LETTER: Most successful species of the millennium

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From Mr Peter C. Jowsey

Sir: Felipe Fernandez-Armesto is thinking along the right lines, but he fails to make clear that plants, in fact, are the indisputable masters of the planet. His comment that food plants and man exist in a state of "mutual dependence" is incorrect. Plants are not in any way dependent upon man or any other animal: the reverse is true.

Personally, I have never subscribed to the generally held view that the human race is the supreme organism: it is indeed merely another species among the multitude of animals and has very little of significance to distinguish it from any other, apart from a well-established habit of self-destruction never observed in any other animal species.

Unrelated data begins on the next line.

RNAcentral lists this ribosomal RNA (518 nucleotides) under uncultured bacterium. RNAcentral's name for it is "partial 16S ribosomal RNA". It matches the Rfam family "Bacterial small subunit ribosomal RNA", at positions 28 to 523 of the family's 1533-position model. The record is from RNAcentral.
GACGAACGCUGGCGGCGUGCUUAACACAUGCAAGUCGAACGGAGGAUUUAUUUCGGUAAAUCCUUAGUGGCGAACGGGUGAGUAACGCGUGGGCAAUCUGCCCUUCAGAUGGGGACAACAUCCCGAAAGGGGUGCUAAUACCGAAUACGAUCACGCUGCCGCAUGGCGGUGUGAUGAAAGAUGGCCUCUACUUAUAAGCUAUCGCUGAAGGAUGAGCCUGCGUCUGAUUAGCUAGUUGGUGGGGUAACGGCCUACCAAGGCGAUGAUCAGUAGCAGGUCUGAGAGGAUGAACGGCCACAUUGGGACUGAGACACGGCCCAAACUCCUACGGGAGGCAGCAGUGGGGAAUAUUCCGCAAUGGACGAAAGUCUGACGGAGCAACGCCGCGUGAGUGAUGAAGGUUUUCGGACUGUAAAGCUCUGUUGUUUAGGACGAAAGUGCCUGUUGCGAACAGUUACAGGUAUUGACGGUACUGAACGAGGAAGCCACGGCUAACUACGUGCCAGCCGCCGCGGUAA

Every significant food chain there is begins with plants, and every animal in existence is utterly dependent upon plants for food to eat and oxygen to breathe. There are no alternative sources for these essentials. The most important single chemical molecule in existence is chlorophyll, which fixes the energy of the sun and uses it to cycle water and our chief waste product, carbon dioxide, to make food. Without plants there could be no animals.

Plants rule.

Yours faithfully,

Peter C. Jowsey

Sauchen, Aberdeenshire

12 September